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Enthalpy In A Box: Teaching Open Vs. Closed System Work Terms

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Conference

2009 Annual Conference & Exposition

Location

Austin, Texas

Publication Date

June 14, 2009

Start Date

June 14, 2009

End Date

June 17, 2009

ISSN

2153-5965

Conference Session

Thermodynamics, Fluids, and Heat Transfer I

Tagged Division

Mechanical Engineering

Page Count

7

Page Numbers

14.579.1 - 14.579.7

Permanent URL

https://peer.asee.org/5446

Download Count

320

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Paper Authors

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Andrew Foley United States Coast Guard Academy

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Michael Plumley United States Coast Guard Academy

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Abstract
NOTE: The first page of text has been automatically extracted and included below in lieu of an abstract

Enthalpy in a box Teaching open v closed system work terms. Abstract

In teaching a general approach to thermodynamics the authors have reduced the equation count in their course to basically one accounting equation, the Reynolds Transport equation. While this has been well received by students it does require that they, in turn, have a greater physical understanding of problems as success is now examined by their skill in application and manipulation of the fundamental equation rather than in successful recall from a large list of problem specific equations. This paper focuses on one area that continually causes problems, specifically the calculation of work done by open and closed systems. Some novel physical explanations are described which have proven successful in eliminating this area of confusion. The paper finishes with a somewhat controversial proposal that ‘flow work’ be taken out of the convected energy terms and instead form part of the net work terms. The benefits of just having internal energy as opposed to internal energy and enthalpy considerations are highlighted.

Introduction

Enthalpy, somewhat like entropy appears to be one of thermodynamic’s mysterious and abstract properties due primarily to difficulty in physical comprehension. Unlike entropy however, one could argue that enthalpy does not bring as much to the table. After all, it is defined, somewhat arbitrarily, from properties that students generally already have a good physical handle on. i.e. Pressure, volume and internal energy. This is particularly true at the author’s institution were a reasonable investment of time is spent on deriving the gas equation for state by using particle dynamics to really ‘knock home’ the link between, temperature, internal energy, pressure, mass and volume. So the question is begged, why bring in a new property that is not required? It is also somewhat surprising to see how vaguely and randomly enthalpy is introduced in many engineering texts, many justifying its introduction simply by saying ‘because the sum U+pV occurs so frequently …. It is convenient to give the combination a name, enthalpy”[1] Some texts allude to it is an energy property that includes ‘flow work’, and this in turn is somewhat diversely defined. Indeed the root of the problem could be traced back to the Greek origins of the word itself, ‘enthalpos’ [2], translated to ‘to put heat into’. Again as most undergraduates will recite, enthalpy is a property and heat is not, so immediately we are running into problems here. Another early discussion by Planck [3] does attempt to be more precise by referring to Gibb’s description of a property, H called ‘the heat function at constant pressure’, while more precise this is a bit of a mouthful and again relates to a specific application of enthalpy due to the ‘heat of reaction’. In contrast, and as can be seen in this paper we can use the property of enthalpy with no particular reference to heat transfer.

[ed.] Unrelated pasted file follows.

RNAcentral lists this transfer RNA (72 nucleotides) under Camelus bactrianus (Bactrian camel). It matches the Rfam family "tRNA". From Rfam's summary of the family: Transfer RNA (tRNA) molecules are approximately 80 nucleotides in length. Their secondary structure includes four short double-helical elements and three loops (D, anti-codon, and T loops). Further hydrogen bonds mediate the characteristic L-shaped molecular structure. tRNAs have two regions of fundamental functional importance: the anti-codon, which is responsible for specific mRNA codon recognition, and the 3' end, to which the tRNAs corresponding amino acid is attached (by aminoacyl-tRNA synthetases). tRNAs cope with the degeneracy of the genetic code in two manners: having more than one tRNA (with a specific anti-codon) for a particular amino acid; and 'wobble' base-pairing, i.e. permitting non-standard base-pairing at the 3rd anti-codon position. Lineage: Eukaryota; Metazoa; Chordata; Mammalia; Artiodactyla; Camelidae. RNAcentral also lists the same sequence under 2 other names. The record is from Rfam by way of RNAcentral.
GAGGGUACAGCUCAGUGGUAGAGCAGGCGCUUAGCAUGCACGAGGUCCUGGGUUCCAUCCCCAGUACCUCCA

Foley, A., & Plumley, M. (2009, June), Enthalpy In A Box: Teaching Open Vs. Closed System Work Terms Paper presented at 2009 Annual Conference & Exposition, Austin, Texas. https://peer.asee.org/5446

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